The Band’s Visit arrived at the Fox Theatre on Tuesday evening — a national touring production running through Sunday (January 26) — and there’s one essential question: How does this intimate, conversational, silence-laden musical translate from a small Broadway theater to the cavernous old movie palace on Peachtree?
Based on an indie Israeli film about a group of Egyptian musicians stranded for a night in a bleak Israeli town, The Band’s Visit won all the usual honors accorded to a memorable, paradigm-shifting show, including the 2018 Tony Award for best musical and a 2019 Grammy for best musical theater album. It was deeply appreciated by critics and the Broadway establishment despite being an anti-blockbuster. It’s mostly quiet and understated, with each character developed in three rounded dimensions, there’s zero razzle-dazzle and the music draws from klezmer and Arabic classical and folks traditions.
Running a relaxed 100 minutes with no intermission, the show opens with the Alexandria Ceremonial Police Orchestra arriving at an Israeli airport. They’ve been invited to perform at the Arab Cultural Center in a swingin’ town called Petah Tikva, which they mispronounce as Bet Hatikva, a sad little patch of concrete in the desert. They take the wrong bus.
In the savvy and sympathetic book by Itamar Moses, with ear-tingling music and lyrics by David Yazbek (The Full Monty), the comic confusion about these two similar-sounding towns — especially when spoken quickly by the natives — is a running gag that almost runs out of steam. But there’s so much yet to reveal from these characters. Alas, in a theater the size of the 4,665-seat Fox, many of the subtleties of David Cromer’s direction will be too distant for much of the audience to see.
The story gets moving when the Egyptians, looking retro-formal in their powder blue uniforms, march into town and realize their mistake. There are no buses until tomorrow. Tewfiq, the band’s conductor, is older than the others, a man of few, choice words. We’ll discover that everyone has a troubled backstory, with unique ways to cope or ignore it. (On this tour, Tewfiq is played by Sasson Gabay, an Israeli actor who played the role in the film.)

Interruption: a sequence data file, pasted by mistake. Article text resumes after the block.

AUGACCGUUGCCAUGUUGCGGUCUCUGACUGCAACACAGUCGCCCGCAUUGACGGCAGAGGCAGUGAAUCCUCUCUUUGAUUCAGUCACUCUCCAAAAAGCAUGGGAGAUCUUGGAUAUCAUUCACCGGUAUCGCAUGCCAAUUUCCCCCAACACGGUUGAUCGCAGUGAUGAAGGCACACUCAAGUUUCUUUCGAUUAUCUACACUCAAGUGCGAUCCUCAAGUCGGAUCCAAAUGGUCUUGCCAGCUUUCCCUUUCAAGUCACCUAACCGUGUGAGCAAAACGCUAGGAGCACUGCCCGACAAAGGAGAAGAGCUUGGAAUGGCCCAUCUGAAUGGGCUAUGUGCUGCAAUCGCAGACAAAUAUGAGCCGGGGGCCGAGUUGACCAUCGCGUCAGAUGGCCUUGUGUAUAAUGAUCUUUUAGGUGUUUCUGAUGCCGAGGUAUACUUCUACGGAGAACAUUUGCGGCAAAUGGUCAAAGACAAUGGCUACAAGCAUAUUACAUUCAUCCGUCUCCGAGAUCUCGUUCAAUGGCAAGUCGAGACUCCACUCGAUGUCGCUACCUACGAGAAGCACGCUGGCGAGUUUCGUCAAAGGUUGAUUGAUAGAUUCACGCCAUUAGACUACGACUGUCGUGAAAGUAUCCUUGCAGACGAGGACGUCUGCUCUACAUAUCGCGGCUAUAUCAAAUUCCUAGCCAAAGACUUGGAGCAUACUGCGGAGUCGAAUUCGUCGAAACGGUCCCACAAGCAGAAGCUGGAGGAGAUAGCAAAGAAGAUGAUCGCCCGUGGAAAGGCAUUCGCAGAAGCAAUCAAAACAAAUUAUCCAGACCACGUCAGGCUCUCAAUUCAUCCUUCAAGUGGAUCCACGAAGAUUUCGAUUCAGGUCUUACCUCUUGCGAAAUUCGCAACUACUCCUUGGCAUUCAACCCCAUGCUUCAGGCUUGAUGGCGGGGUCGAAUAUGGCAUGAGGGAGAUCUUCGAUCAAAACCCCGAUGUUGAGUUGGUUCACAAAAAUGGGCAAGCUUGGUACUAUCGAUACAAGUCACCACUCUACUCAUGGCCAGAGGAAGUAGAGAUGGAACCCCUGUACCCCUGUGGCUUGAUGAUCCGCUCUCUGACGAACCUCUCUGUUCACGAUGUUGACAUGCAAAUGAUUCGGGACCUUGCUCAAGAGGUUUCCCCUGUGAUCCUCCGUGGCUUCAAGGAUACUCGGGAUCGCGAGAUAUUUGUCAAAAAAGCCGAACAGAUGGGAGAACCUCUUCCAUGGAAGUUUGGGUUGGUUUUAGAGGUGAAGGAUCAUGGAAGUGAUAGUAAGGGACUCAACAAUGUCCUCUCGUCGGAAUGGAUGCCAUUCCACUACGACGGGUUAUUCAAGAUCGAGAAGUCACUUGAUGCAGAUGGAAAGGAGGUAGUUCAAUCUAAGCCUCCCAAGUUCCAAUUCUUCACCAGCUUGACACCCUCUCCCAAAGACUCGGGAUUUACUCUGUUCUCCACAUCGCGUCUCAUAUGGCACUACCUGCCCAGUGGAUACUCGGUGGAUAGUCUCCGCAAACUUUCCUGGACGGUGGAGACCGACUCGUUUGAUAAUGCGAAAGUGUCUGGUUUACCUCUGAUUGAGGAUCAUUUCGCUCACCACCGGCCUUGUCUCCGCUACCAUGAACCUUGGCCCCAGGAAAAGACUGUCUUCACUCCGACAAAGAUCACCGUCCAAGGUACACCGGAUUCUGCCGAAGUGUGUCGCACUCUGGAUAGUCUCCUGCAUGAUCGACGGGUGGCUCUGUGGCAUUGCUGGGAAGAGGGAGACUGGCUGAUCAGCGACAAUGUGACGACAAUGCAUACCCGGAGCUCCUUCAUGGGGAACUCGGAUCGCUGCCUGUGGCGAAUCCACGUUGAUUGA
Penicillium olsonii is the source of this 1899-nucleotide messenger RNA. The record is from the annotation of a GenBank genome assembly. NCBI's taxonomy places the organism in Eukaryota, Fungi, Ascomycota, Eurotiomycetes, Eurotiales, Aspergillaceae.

They meet Dina and her friends in the song “Welcome to Nowhere,” hilarious for its assertive bleakness. Snarky dance moves, in Patrick McCollum’s choreography, elevate the scene to high comedy, reinforced by Scott Pask’s set designs, based on the colors of sand and cement, which are oppressive in their drabness. Eventually the locals, in a mixture of pity and curiosity, feed the musicians and open their homes for the night.
Dina (Janet Dacal) is the kind of woman that we once would have called a knockout. Sexy and assured, she puts a hand on her hip and leans back when she’s talking, fully aware of her power over men. She’s also high-strung, bored beyond belief and annoyed at the many missteps that got her stranded in this desolate place. It’s her own fault and she knows it.
Reaching out to Tewfiq, searching for a connection, she teases him and, in the song “Omar Sharif,” shares her memories of the glamorous old Egyptian films that filled her imagination as a girl. It’s a touching scene, and her budding friendship with the gentlemanly Tewfiq, as he quotes from the same old films, is genuine.
Moments later, however, she spots her secret lover at the café — he’s with his wife and kids — and she calls out to him, provokes him in public and later kicks herself for being so senselessly stupid. It’s no wonder she’s miserable. While Dacal acts the part of Dina with swagger and vulnerability, her singing voice is a size too scrawny and inexpressive to fully inhabit the role — certainly when compared with the hyper-charismatic Dina from Broadway, sultry-voiced Tony winner Katrina Lenk.
It’s Yazbek’s music, where different cultures, different tribes, speak a common emotional language that holds the show tightly together. While many of the songs have a pop-Broadway flair — bouncy and fun, with a Middle-Eastern lilt — there’s a deeper connection heard between scenes, when the band’s actor/musicians perform in the Arabic classical style. These intense little interludes, with virtuoso playing including clarinet, oud (an Arab lute) and darbuka (a kind of goblet drum), convey at once joy and fluid excitement and eternal melancholy.
Some of the songs are musically cute, with catchy rhythms, while underlying the characters’ deeper humanity. “Papi Hears the Ocean” is a charming ode to a teenage boy’s approach to romance, sung with embarrassing awkwardness by Adam Gabay.
There’s Avrum (David Studwell), who recounts in “The Beat of Your Heart” how he met his late wife and how music was their shared love. Around the same dinner table, the slacker husband Itzik (Pomme Koch) tells their guest the story of how, as a boy, he skipped his birthday celebration by hiding in a tall tree. This reveals his core personality and drives his frazzled wife to the brink. He might not cut it as a husband, but we later learn in “Itzik’s Lullaby” that he’s a tender father.
Among the lovely attitudes advanced in the show: a complete lack of hostility toward different cultures. It’s this open-hearted empathy that makes The Band’s Visit such a relief for these angry, isolationist times. In part, it helps explain why this modest, well-crafted musical receives outsized acclaim. It’s a hopeful message for our increasingly scary political landscape.
Perhaps the most emblematic character is named simply Telephone Guy (Mike Cefalo). He stands at a pay phone at all hours, waiting for his old girlfriend to call. She never calls. But he waits and waits, like a dog staring at the doorknob waiting for his human to come home. He’s optimistic with a good spirit — as we learn in “Answer Me” — but he’s also sad and a little desperate. In all, that’s a reasonable summary of The Band’s Visit.